1. 07 Nov, 2019 5 commits
  2. 06 Nov, 2019 4 commits
  3. 05 Nov, 2019 7 commits
  4. 04 Nov, 2019 3 commits
    • Ben Gamari's avatar
      rts/linker: Ensure that code isn't writable · 120f2e53
      Ben Gamari authored and  Marge Bot's avatar Marge Bot committed
      For many years the linker would simply map all of its memory with
      PROT_READ|PROT_WRITE|PROT_EXEC. However operating systems have been
      becoming increasingly reluctant to accept this practice (e.g. #17353
      and #12657) and for good reason: writable code is ripe for exploitation.
      Consequently mmapForLinker now maps its memory with
      PROT_READ|PROT_WRITE.  After the linker has finished filling/relocating
      the mapping it must then call mmapForLinkerMarkExecutable on the
      sections of the mapping which contain executable code.
      Moreover, to make all of this possible it was necessary to redesign the
      m32 allocator. First, we gave (in an earlier commit) each ObjectCode its
      own m32_allocator. This was necessary since code loading and symbol
      resolution/relocation are currently interleaved, meaning that it is not
      possible to enforce W^X when symbols from different objects reside in
      the same page.
      We then redesigned the m32 allocator to take advantage of the fact that
      all of the pages allocated with the allocator die at the same time
      (namely, when the owning ObjectCode is unloaded). This makes a number of
      things simpler (e.g. no more page reference counting; the interface
      provided by the allocator for freeing is simpler). See
      Note [M32 Allocator] for details.
    • Leif Metcalf's avatar
      Rephrase note on full-laziness · 5d4f16ee
      Leif Metcalf authored and  Marge Bot's avatar Marge Bot committed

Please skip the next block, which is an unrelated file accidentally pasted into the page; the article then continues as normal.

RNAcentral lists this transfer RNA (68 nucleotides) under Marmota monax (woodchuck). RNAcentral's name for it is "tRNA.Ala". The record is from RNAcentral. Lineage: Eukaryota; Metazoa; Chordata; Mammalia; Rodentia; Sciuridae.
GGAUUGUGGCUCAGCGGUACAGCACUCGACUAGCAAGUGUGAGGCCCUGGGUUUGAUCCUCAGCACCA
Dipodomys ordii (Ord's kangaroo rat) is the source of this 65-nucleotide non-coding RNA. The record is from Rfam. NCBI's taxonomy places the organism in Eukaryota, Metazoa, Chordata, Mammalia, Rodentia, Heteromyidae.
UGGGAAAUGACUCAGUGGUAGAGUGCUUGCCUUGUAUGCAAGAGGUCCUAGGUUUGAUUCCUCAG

• Ben Gamari's avatar
      SysTools: Only apply Windows-specific workaround on Windows · 3b65655c
      Ben Gamari authored and  Marge Bot's avatar Marge Bot committed
      Issue #1110 was apparently due to a bug in Vista which prevented GCC
      from finding its binaries unless we explicitly added it to PATH.
      However, this workaround was incorrectly applied on non-Windows
      platforms as well, resulting in ill-formed PATHs (#17266).
      Fixes #17266.
  5. 03 Nov, 2019 2 commits
    • Richard Eisenberg's avatar
      Update Note references -- comments only · 3c916162
      Richard Eisenberg authored and  Marge Bot's avatar Marge Bot committed
      Follow-on from !2041.
    • Sebastian Graf's avatar
      Separate `LPat` from `Pat` on the type-level · 182b1199
      Sebastian Graf authored and  Marge Bot's avatar Marge Bot committed
      Since the Trees That Grow effort started, we had `type LPat = Pat`.
      This is so that `SrcLoc`s would only be annotated in GHC's AST, which is
      the reason why all GHC passes use the extension constructor `XPat` to
      attach source locations. See #15495 for the design discussion behind
      But now suddenly there are `XPat`s everywhere!
      There are several functions which dont't cope with `XPat`s by either
      crashing (`hsPatType`) or simply returning incorrect results
      This issue was raised in #17330. I also came up with a rather clean and
      type-safe solution to the problem: We define
      type family XRec p (f :: * -> *) = r | r -> p f
      type instance XRec (GhcPass p) f = Located (f (GhcPass p))
      type instance XRec TH          f =          f p
      type LPat p = XRec p Pat
      This is a rather modular embedding of the old "ping-pong" style, while
      we only pay for the `Located` wrapper within GHC. No ping-ponging in
      a potential Template Haskell AST, for example. Yet, we miss no case
      where we should've handled a `SrcLoc`: `hsPatType` and
      `collectEvVarsPat` are not callable at an `LPat`.
      Also, this gets rid of one indirection in `Located` variants:
      Previously, we'd have to go through `XPat` and `Located` to get from
      `LPat` to the wrapped `Pat`. Now it's just `Located` again.
      Thus we fix #17330.
  6. 02 Nov, 2019 3 commits
  7. 01 Nov, 2019 15 commits
  8. 31 Oct, 2019 1 commit